Young Black Nebraskans Are Leading the Movement for Anti-Racist Social Change

July 21, 2020, 6:45 a.m. ·

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After weeks of daily Black Lives Matter protests in Omaha, Lincoln, and throughout the state, activists are continuing their work in a less visible way. Young Black Nebraskans are pushing the momentum forward to continue the fight against racism in the Midwest.

On a sweltering Sunday afternoon, a small crowd is gathered on the steps of the Nebraska capitol building in Lincoln. Like every other weekend for the past month, people are here holding signs that say "Justice for George Floyd" and "I Can’t Breathe."

Kiara Williams, a 19-year-old studying human development and criminal justice at the University of Nebraska-Lincoln, is telling the crowd about Change Now, the organization she started a few weeks ago.

"We think it’s great when we march and when we protest and when we host rallies," Williams told the crowd. "But we’re really public policy and solution focused."

Change Now

Mission: "Change Now is a solution focused movement to ensure that equal rights for Black individuals are in constant pursuit. We are dedicated to empowering our local community, as well as supporting the national movement for justice and equality. Change Now spreads awareness and is committed to shifting current law and public policy to support and reflect equal rights."

Facebook: Change Now LNK

For her, creating change is an immediate goal.

Change Now participated in a public comment campaign that pushed Lincoln Police to evaluate its use of force policies. The department is considering whether to ban chokeholds and requiring officers to intervene when a colleague uses excessive force.

Change Now co-leader Christelle Tshibengabo, a recent UNL graduate, wants to abolish police, and divert their budget to programs including drug rehabilitation and mental health services.

"I think when people say abolish the police it’s because we're watching, live as a nation, the police literally not servicing the people that it's meant to service," Tshibengabo said. "But I don't think that that would gain traction here, if we're being realistic."

Still, Tshibengabo says, it’s important to keep talking about the purpose and tactics of police. Her group proposes regular meetings between officers and people in the neighborhoods they patrol.

I Ask, I Act at a Juneteenth rally in Lincoln. (Becca Costello, NET News)

I Ask, I Act at a Juneteenth rally in Lincoln. From left to right: Riek Bol (16), Azcia' Fleming (18), Jza Nevha McWilliams-Gray (17), Zahria Johnson (16), Mehret Habtu (15), and Mar'Lakuittia Overstreet (NAACP Youth Council Sponsor). (Photo courtesy: I Ask, I Act)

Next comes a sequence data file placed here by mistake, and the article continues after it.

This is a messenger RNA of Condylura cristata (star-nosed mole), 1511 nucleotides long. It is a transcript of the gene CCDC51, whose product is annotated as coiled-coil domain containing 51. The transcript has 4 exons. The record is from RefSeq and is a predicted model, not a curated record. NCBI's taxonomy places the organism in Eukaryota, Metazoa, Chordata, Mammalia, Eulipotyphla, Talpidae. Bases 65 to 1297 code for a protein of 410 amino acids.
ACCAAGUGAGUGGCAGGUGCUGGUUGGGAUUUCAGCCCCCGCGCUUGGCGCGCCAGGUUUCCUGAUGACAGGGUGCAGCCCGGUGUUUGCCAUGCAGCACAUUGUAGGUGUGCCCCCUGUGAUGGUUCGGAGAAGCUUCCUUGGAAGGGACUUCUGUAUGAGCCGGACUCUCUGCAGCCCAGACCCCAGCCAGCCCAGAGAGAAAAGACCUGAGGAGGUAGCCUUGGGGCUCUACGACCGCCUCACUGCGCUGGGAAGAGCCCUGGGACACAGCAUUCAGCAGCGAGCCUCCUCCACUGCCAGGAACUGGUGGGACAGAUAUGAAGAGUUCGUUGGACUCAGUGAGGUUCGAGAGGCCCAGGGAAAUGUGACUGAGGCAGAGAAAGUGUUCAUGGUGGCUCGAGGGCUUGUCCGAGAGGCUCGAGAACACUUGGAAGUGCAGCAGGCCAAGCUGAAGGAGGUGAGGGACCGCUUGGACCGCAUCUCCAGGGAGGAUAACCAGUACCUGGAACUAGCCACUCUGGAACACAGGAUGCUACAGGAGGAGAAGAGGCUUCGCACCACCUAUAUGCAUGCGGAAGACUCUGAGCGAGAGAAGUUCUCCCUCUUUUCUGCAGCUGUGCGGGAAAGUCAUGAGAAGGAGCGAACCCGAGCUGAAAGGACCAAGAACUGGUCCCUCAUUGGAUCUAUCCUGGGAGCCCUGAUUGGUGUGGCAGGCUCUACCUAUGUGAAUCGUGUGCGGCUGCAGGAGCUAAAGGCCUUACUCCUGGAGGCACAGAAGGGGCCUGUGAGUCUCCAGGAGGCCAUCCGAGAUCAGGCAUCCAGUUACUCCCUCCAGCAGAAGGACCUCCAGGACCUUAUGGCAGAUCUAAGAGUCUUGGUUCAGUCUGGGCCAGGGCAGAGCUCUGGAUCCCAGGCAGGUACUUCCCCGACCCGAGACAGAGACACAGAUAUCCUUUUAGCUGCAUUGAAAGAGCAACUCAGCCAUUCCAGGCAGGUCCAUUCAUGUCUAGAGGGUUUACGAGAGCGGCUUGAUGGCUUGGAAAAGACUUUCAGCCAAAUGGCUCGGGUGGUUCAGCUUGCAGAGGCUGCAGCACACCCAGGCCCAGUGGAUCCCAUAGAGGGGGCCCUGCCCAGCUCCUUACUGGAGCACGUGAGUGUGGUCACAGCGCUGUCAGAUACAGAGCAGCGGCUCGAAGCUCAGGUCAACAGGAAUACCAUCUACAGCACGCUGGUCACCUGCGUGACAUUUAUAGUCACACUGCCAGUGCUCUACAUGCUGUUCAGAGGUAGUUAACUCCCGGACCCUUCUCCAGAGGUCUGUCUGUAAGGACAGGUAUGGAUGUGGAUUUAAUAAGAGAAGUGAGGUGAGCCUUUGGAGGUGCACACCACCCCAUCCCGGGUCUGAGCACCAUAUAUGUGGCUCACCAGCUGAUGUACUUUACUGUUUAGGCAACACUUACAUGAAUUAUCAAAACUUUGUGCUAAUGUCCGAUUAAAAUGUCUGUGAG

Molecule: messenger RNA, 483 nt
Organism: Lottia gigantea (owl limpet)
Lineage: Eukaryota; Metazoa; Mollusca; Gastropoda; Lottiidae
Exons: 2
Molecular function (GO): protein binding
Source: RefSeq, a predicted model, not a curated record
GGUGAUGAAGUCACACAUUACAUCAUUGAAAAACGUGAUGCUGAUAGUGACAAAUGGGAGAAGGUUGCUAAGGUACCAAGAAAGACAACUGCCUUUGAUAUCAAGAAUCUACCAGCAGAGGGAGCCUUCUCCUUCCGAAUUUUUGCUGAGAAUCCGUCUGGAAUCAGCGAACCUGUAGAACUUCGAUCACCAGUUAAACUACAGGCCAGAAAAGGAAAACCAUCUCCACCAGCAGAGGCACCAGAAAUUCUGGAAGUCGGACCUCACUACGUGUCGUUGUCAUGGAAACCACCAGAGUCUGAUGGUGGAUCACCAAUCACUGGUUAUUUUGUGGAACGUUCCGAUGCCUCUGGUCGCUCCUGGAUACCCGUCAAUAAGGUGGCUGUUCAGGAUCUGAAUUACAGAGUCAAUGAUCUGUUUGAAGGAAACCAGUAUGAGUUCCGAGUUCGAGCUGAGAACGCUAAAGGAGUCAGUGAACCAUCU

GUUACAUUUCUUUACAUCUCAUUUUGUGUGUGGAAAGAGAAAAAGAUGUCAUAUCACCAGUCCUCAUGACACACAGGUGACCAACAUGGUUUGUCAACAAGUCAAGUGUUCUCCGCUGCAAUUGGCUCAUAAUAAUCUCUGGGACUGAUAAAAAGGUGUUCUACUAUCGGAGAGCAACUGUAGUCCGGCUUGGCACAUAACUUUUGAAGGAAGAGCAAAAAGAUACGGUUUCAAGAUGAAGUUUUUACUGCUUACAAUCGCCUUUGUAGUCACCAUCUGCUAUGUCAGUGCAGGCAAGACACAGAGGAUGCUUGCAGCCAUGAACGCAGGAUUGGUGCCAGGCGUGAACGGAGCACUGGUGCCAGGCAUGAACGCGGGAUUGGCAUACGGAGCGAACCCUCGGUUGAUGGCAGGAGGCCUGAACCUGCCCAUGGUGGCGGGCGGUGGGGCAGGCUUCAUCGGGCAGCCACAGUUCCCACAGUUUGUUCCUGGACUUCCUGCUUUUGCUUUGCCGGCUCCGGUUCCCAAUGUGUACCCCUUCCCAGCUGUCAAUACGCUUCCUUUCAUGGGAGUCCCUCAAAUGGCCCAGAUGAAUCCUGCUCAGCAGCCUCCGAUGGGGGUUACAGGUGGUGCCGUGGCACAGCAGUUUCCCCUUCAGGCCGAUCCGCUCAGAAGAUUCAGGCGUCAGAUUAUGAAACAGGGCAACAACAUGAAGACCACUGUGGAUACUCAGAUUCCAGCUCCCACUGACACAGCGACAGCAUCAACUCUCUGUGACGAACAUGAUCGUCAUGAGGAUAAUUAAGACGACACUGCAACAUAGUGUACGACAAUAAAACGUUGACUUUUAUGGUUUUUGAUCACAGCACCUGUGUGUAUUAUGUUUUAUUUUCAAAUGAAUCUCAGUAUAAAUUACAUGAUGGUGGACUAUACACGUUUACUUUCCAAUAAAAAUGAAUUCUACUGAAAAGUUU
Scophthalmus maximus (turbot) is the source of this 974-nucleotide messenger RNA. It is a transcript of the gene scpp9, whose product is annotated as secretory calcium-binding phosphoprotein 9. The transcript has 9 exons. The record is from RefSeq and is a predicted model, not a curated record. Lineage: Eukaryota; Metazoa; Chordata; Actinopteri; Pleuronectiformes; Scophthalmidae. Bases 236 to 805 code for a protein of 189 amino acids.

Racial profiling doesn’t stop with police, though. Riek Bol, a junior at Lincoln High School, deals with it all the time.

"Recently my siblings and I went to Walmart and they only had self-checkout stations," Bol said. "One of the employees would just keep glancing over my shoulder to see if I was scanning every item. But I noticed she wasn’t doing it to every single customer. I obviously knew what was happening there but I didn’t say anything."

Bol belonged to the local youth council of the NAACP – a century-old civil rights organization — before police killed George Floyd.

He’s also involved in a new organization called I Ask, I Act, which challenges Nebraskans to ask themselves important questions.

"How am I educating myself and others? What do I need to know? Who do I need to ask to answer my questions?"

Aneesa Parker, a North East High School senior, also belongs to I Ask, I Act.

"I feel like people are kind of scared or nervous to speak out about things. Speaking is out is what we really need to do right now," Parker said. "Even if it just helps one person, at least you helped that one person."

She says her older relatives are beginning to understand why she’s acting now.

"Both of my parents are seeing, like, things are actually changing," Parker said. "I think they're kind of slowly getting into the idea of like, okay, we're doing something."

I Ask, I Act.

Mission: "I ASK. I ACT. seeks to help educate our emerging leaders and active members of the community on next steps when making systemic change permanent."

I Ask, I Act helps people learn about voting, figure out who represents them, and communicate with those elected officials.

Miki Montgomery wrapped up the Change Now rally outside the state capitol.

"What I want to see for Kiara is the same turnouts here that we have at the marches — because these right here are educational events," said Montgomvery, a lecturer in the UNL College of Education and advisor for I Ask, I Act and Change Now. "I’m learning from her. I’m 47 years old and I’m sitting here like, oh yeah? I didn’t know that about voters rights."

Williams says her challenge now is to build on the momentum behind what people have learned.

"My generation and younger generations are going to be taking these positions in politics and dismantling the system from inside," Williams said. "So I think it's really important that there is people brave enough, like us to want to go into these fields where we know that we're going to face adversity."

What they’ve learned, she says, will help sustain them for the long haul.

Editor's Note: This story is part of our "Best of 2020" Signature Story report. The story originally aired and was published in July 2020.